[pel-tyey] /ˈpɛl tyeɪ/
the change in temperature of either junction of a thermocouple when a current is maintained in the thermocouple and after allowance is made for a temperature change due to resistance.
(physics) the production of heat at one junction and the absorption of heat at the other junction of a thermocouple when a current is passed around the thermocouple circuit. The heat produced is additional to the heat arising from the resistance of the wires Compare Seebeck effect
- Peltier element
noun 1. an electronic device consisting of metal strips between which alternate strips of n-type and p-type semiconductors are connected. Passage of a current causes heat to be absorbed from one set of metallic strips and emitted from the other by the Peltier effect
noun, Physics. 1. the heat gained or lost at a junction of a thermocouple due to the .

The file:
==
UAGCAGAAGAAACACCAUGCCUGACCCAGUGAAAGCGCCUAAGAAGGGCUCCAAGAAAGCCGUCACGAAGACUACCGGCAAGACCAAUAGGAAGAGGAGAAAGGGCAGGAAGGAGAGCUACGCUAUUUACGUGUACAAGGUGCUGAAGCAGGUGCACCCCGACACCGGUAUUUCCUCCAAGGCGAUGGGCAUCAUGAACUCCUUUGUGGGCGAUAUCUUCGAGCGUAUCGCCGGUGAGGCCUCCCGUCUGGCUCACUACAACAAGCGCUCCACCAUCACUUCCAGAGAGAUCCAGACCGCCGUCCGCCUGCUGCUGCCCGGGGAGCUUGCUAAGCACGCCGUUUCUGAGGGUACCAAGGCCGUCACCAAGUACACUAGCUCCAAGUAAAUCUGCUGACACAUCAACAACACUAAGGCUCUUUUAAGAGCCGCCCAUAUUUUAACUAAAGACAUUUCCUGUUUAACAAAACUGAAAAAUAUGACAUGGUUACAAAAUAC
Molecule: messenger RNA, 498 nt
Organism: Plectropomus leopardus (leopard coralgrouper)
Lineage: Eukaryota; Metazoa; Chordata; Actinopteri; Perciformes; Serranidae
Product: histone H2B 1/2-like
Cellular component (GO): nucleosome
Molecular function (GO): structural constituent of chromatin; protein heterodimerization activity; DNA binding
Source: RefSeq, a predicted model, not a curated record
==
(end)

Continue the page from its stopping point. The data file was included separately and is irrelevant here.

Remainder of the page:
[pel-ting] /ˈpɛl tɪŋ/ adjective, Archaic. 1. paltry; petty; mean. [pelt] /pɛlt/ verb (used with object) 1. to attack or assail with repeated blows or with missiles. 2. to throw (missiles). 3. to drive by blows or missiles: The child pelted the cows home from the fields. 4. to assail vigorously with words, questions, etc. 5. […]
[pel-tn] /ˈpɛl tn/ noun 1. a high-pressure impulse water turbine in which one or more free jets of water are directed against the buckets of the rotor. /ˈpɛltən/ noun 1. a type of impulse turbine in which specially shaped buckets mounted on the perimeter of a wheel are struck by a fast-flowing water jet